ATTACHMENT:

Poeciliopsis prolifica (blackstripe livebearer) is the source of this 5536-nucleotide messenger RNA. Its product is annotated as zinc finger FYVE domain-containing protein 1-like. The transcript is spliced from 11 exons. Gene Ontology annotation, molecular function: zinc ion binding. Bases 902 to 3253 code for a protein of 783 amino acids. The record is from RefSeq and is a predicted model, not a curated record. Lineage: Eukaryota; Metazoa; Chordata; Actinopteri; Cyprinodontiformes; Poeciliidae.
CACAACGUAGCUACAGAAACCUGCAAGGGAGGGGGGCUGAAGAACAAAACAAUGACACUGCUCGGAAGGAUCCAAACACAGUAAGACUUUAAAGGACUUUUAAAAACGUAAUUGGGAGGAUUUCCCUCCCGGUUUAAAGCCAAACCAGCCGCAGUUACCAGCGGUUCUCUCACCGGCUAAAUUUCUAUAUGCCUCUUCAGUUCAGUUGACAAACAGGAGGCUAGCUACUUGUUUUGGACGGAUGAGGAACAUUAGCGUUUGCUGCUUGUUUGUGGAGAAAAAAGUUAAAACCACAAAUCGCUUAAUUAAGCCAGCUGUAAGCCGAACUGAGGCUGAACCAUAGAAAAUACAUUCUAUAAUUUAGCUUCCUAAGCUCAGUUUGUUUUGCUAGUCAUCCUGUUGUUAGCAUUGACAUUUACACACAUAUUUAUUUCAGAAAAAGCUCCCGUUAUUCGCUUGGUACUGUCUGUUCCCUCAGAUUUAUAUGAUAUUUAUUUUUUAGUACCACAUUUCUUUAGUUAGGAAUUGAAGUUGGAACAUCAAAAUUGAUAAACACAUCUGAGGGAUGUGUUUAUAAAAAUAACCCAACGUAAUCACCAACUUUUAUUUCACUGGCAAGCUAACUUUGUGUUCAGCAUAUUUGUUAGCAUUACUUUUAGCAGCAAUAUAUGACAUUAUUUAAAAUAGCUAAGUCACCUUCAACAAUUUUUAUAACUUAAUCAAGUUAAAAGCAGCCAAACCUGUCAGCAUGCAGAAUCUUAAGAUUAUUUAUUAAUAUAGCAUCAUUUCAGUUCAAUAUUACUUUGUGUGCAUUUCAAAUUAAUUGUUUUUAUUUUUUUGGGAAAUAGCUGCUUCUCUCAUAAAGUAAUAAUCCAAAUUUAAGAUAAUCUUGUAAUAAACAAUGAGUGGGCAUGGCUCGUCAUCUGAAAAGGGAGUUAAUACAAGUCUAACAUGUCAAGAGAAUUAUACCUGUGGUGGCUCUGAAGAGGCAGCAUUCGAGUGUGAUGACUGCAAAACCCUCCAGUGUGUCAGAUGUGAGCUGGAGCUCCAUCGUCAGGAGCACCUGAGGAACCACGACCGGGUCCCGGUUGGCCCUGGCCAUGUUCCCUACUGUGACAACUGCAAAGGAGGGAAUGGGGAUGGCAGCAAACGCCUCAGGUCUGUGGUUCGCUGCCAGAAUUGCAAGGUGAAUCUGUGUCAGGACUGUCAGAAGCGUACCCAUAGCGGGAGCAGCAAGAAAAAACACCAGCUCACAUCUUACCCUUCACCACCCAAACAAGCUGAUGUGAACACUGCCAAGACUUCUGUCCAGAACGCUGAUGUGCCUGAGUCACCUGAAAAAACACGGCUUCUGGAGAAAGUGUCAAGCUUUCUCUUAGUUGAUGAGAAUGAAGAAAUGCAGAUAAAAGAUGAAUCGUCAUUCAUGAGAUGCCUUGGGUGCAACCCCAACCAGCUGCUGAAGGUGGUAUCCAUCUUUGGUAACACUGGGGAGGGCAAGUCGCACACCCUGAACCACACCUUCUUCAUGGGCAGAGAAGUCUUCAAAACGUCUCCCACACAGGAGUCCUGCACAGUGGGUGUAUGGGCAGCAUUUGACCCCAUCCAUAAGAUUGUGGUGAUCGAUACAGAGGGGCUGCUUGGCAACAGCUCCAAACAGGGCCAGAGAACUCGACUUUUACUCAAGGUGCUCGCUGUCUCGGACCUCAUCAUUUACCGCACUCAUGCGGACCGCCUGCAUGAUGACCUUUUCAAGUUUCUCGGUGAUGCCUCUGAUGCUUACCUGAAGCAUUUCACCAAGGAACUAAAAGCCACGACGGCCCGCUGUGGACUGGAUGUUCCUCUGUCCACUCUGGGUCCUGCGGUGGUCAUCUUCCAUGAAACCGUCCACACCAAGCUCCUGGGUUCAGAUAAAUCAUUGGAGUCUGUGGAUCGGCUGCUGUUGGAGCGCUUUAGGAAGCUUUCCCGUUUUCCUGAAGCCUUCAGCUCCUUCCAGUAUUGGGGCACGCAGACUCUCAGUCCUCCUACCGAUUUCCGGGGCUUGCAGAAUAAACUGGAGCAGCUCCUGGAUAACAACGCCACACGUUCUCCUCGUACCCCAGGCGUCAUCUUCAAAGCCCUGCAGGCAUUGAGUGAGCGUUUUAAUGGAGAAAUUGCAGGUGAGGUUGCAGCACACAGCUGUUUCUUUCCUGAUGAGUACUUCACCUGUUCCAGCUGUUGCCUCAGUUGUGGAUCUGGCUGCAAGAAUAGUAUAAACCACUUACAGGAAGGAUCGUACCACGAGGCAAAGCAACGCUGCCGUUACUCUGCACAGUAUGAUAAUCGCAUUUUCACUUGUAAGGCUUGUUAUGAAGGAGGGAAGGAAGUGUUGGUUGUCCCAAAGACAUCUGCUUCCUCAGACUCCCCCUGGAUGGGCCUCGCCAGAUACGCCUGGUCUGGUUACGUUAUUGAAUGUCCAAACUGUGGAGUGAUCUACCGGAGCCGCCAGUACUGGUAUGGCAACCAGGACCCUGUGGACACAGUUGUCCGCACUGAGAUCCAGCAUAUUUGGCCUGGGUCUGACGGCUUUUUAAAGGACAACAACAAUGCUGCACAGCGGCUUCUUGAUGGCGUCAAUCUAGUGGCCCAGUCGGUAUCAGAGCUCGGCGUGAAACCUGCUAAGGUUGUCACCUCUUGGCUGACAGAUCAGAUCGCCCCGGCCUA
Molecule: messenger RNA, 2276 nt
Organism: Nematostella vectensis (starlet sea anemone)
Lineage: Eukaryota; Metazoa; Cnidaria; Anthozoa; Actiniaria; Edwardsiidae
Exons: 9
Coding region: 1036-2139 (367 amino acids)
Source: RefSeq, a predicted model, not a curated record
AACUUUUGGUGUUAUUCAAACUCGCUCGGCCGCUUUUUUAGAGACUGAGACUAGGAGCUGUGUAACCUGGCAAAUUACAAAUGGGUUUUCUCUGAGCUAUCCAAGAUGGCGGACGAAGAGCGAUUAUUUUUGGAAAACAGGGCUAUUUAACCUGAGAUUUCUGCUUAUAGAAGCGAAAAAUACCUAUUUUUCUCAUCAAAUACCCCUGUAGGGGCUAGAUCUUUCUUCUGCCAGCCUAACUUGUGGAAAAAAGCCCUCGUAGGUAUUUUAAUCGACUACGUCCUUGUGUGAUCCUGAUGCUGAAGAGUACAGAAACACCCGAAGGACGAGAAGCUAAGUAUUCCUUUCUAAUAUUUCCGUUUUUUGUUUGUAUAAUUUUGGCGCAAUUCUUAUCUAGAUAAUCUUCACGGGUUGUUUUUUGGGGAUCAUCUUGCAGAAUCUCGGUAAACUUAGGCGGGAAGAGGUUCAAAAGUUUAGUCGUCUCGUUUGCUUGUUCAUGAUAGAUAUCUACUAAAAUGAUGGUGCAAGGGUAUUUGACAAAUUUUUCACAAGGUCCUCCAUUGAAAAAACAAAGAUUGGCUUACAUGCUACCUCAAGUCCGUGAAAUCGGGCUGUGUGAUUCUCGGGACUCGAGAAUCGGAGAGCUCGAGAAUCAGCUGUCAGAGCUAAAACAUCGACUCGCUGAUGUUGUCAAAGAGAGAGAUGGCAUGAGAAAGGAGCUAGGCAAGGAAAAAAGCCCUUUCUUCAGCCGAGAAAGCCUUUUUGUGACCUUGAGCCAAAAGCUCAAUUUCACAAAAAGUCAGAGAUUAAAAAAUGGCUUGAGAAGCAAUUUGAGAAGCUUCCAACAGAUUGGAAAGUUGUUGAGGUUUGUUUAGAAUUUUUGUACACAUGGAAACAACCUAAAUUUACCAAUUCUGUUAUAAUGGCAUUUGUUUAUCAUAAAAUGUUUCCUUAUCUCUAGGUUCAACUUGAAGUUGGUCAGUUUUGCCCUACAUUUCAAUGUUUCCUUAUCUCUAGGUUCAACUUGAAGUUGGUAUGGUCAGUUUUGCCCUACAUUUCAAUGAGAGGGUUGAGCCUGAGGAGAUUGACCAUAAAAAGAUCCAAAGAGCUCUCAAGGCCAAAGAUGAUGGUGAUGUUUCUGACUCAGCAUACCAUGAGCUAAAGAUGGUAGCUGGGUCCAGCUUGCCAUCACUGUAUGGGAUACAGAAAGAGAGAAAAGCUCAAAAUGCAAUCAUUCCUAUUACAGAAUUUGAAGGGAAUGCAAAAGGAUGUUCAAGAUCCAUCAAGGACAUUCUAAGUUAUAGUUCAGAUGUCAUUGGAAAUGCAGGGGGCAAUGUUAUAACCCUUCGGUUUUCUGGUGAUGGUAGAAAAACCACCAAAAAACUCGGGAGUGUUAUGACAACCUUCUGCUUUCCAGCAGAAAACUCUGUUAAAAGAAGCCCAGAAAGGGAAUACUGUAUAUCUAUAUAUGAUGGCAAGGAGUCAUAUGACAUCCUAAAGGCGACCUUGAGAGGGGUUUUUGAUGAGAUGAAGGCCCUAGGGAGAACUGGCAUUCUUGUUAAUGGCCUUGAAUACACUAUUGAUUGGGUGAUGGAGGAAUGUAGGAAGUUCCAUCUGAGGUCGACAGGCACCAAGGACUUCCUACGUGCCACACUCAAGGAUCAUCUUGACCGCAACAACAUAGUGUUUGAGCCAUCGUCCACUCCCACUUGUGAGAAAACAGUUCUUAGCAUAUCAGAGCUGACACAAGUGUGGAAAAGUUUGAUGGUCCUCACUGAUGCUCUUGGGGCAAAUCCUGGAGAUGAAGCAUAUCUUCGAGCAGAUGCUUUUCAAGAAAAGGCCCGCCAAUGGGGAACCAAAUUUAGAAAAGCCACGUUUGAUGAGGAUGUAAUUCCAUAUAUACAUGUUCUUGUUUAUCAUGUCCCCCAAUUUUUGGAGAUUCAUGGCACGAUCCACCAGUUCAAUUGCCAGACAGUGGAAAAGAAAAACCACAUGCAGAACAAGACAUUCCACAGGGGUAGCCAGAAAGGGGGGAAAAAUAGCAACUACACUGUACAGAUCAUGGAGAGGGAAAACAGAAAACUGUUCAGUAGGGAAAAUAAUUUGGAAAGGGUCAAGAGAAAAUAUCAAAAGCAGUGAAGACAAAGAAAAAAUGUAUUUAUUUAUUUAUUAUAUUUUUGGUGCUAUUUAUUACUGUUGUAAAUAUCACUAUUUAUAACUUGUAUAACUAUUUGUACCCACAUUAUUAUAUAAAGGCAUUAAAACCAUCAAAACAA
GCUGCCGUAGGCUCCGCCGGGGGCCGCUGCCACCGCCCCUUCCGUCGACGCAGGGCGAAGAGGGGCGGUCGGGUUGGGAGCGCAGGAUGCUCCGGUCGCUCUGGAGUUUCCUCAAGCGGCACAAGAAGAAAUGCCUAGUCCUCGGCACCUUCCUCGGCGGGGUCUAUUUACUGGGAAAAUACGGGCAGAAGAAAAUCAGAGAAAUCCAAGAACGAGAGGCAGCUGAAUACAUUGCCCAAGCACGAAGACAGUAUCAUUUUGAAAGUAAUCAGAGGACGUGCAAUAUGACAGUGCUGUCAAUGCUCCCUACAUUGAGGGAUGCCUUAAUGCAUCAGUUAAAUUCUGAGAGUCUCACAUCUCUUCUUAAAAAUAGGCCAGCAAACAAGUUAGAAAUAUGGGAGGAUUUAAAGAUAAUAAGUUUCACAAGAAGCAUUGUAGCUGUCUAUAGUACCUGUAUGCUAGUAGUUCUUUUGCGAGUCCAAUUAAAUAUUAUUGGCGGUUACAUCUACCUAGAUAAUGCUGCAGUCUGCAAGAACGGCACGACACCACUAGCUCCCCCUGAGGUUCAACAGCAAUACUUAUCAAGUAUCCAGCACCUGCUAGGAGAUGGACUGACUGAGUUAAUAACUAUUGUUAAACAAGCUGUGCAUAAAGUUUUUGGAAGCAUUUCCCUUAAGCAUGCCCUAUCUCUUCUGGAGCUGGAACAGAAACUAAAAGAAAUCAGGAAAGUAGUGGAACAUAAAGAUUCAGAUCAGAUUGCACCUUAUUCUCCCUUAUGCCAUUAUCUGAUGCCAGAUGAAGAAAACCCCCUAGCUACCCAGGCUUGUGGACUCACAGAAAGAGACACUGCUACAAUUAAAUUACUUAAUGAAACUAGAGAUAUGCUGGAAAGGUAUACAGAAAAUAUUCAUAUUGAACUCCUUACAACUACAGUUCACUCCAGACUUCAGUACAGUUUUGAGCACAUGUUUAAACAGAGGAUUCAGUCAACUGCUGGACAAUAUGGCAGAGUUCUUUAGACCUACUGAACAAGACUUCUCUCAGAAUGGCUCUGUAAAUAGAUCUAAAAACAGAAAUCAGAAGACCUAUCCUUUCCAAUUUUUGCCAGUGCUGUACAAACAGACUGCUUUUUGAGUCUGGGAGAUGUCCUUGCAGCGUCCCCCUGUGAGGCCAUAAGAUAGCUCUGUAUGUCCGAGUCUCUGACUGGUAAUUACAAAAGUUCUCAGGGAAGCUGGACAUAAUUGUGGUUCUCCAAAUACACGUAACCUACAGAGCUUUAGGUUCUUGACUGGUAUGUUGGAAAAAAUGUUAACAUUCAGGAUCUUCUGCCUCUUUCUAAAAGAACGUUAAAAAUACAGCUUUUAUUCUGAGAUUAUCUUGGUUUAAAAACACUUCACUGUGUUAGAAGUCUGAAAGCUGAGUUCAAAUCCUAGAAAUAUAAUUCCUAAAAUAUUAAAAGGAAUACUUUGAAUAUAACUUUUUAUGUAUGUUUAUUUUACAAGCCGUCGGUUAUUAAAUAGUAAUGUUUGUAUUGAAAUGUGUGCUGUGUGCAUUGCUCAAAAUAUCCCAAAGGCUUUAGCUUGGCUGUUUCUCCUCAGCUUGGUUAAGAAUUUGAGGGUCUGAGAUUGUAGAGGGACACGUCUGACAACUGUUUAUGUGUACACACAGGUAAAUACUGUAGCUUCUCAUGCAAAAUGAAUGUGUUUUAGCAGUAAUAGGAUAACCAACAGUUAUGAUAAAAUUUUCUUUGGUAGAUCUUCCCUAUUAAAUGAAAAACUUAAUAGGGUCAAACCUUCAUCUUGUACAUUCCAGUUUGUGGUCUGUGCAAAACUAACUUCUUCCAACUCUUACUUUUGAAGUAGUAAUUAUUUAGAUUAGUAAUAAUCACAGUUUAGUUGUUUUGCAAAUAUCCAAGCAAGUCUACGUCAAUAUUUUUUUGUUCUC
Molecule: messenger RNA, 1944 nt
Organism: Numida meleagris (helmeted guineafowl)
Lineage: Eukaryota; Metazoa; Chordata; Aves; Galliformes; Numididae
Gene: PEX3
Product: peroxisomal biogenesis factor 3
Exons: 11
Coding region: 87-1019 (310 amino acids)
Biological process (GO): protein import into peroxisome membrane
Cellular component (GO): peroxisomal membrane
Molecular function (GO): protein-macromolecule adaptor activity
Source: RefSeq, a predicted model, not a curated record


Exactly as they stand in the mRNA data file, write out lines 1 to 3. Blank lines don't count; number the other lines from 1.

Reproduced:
Poeciliopsis prolifica (blackstripe livebearer) is the source of this 5536-nucleotide messenger RNA. Its product is annotated as zinc finger FYVE domain-containing protein 1-like. The transcript is spliced from 11 exons. Gene Ontology annotation, molecular function: zinc ion binding. Bases 902 to 3253 code for a protein of 783 amino acids. The record is from RefSeq and is a predicted model, not a curated record. Lineage: Eukaryota; Metazoa; Chordata; Actinopteri; Cyprinodontiformes; Poeciliidae.
CACAACGUAGCUACAGAAACCUGCAAGGGAGGGGGGCUGAAGAACAAAACAAUGACACUGCUCGGAAGGAUCCAAACACAGUAAGACUUUAAAGGACUUUUAAAAACGUAAUUGGGAGGAUUUCCCUCCCGGUUUAAAGCCAAACCAGCCGCAGUUACCAGCGGUUCUCUCACCGGCUAAAUUUCUAUAUGCCUCUUCAGUUCAGUUGACAAACAGGAGGCUAGCUACUUGUUUUGGACGGAUGAGGAACAUUAGCGUUUGCUGCUUGUUUGUGGAGAAAAAAGUUAAAACCACAAAUCGCUUAAUUAAGCCAGCUGUAAGCCGAACUGAGGCUGAACCAUAGAAAAUACAUUCUAUAAUUUAGCUUCCUAAGCUCAGUUUGUUUUGCUAGUCAUCCUGUUGUUAGCAUUGACAUUUACACACAUAUUUAUUUCAGAAAAAGCUCCCGUUAUUCGCUUGGUACUGUCUGUUCCCUCAGAUUUAUAUGAUAUUUAUUUUUUAGUACCACAUUUCUUUAGUUAGGAAUUGAAGUUGGAACAUCAAAAUUGAUAAACACAUCUGAGGGAUGUGUUUAUAAAAAUAACCCAACGUAAUCACCAACUUUUAUUUCACUGGCAAGCUAACUUUGUGUUCAGCAUAUUUGUUAGCAUUACUUUUAGCAGCAAUAUAUGACAUUAUUUAAAAUAGCUAAGUCACCUUCAACAAUUUUUAUAACUUAAUCAAGUUAAAAGCAGCCAAACCUGUCAGCAUGCAGAAUCUUAAGAUUAUUUAUUAAUAUAGCAUCAUUUCAGUUCAAUAUUACUUUGUGUGCAUUUCAAAUUAAUUGUUUUUAUUUUUUUGGGAAAUAGCUGCUUCUCUCAUAAAGUAAUAAUCCAAAUUUAAGAUAAUCUUGUAAUAAACAAUGAGUGGGCAUGGCUCGUCAUCUGAAAAGGGAGUUAAUACAAGUCUAACAUGUCAAGAGAAUUAUACCUGUGGUGGCUCUGAAGAGGCAGCAUUCGAGUGUGAUGACUGCAAAACCCUCCAGUGUGUCAGAUGUGAGCUGGAGCUCCAUCGUCAGGAGCACCUGAGGAACCACGACCGGGUCCCGGUUGGCCCUGGCCAUGUUCCCUACUGUGACAACUGCAAAGGAGGGAAUGGGGAUGGCAGCAAACGCCUCAGGUCUGUGGUUCGCUGCCAGAAUUGCAAGGUGAAUCUGUGUCAGGACUGUCAGAAGCGUACCCAUAGCGGGAGCAGCAAGAAAAAACACCAGCUCACAUCUUACCCUUCACCACCCAAACAAGCUGAUGUGAACACUGCCAAGACUUCUGUCCAGAACGCUGAUGUGCCUGAGUCACCUGAAAAAACACGGCUUCUGGAGAAAGUGUCAAGCUUUCUCUUAGUUGAUGAGAAUGAAGAAAUGCAGAUAAAAGAUGAAUCGUCAUUCAUGAGAUGCCUUGGGUGCAACCCCAACCAGCUGCUGAAGGUGGUAUCCAUCUUUGGUAACACUGGGGAGGGCAAGUCGCACACCCUGAACCACACCUUCUUCAUGGGCAGAGAAGUCUUCAAAACGUCUCCCACACAGGAGUCCUGCACAGUGGGUGUAUGGGCAGCAUUUGACCCCAUCCAUAAGAUUGUGGUGAUCGAUACAGAGGGGCUGCUUGGCAACAGCUCCAAACAGGGCCAGAGAACUCGACUUUUACUCAAGGUGCUCGCUGUCUCGGACCUCAUCAUUUACCGCACUCAUGCGGACCGCCUGCAUGAUGACCUUUUCAAGUUUCUCGGUGAUGCCUCUGAUGCUUACCUGAAGCAUUUCACCAAGGAACUAAAAGCCACGACGGCCCGCUGUGGACUGGAUGUUCCUCUGUCCACUCUGGGUCCUGCGGUGGUCAUCUUCCAUGAAACCGUCCACACCAAGCUCCUGGGUUCAGAUAAAUCAUUGGAGUCUGUGGAUCGGCUGCUGUUGGAGCGCUUUAGGAAGCUUUCCCGUUUUCCUGAAGCCUUCAGCUCCUUCCAGUAUUGGGGCACGCAGACUCUCAGUCCUCCUACCGAUUUCCGGGGCUUGCAGAAUAAACUGGAGCAGCUCCUGGAUAACAACGCCACACGUUCUCCUCGUACCCCAGGCGUCAUCUUCAAAGCCCUGCAGGCAUUGAGUGAGCGUUUUAAUGGAGAAAUUGCAGGUGAGGUUGCAGCACACAGCUGUUUCUUUCCUGAUGAGUACUUCACCUGUUCCAGCUGUUGCCUCAGUUGUGGAUCUGGCUGCAAGAAUAGUAUAAACCACUUACAGGAAGGAUCGUACCACGAGGCAAAGCAACGCUGCCGUUACUCUGCACAGUAUGAUAAUCGCAUUUUCACUUGUAAGGCUUGUUAUGAAGGAGGGAAGGAAGUGUUGGUUGUCCCAAAGACAUCUGCUUCCUCAGACUCCCCCUGGAUGGGCCUCGCCAGAUACGCCUGGUCUGGUUACGUUAUUGAAUGUCCAAACUGUGGAGUGAUCUACCGGAGCCGCCAGUACUGGUAUGGCAACCAGGACCCUGUGGACACAGUUGUCCGCACUGAGAUCCAGCAUAUUUGGCCUGGGUCUGACGGCUUUUUAAAGGACAACAACAAUGCUGCACAGCGGCUUCUUGAUGGCGUCAAUCUAGUGGCCCAGUCGGUAUCAGAGCUCGGCGUGAAACCUGCUAAGGUUGUCACCUCUUGGCUGACAGAUCAGAUCGCCCCGGCCUA
Molecule: messenger RNA, 2276 nt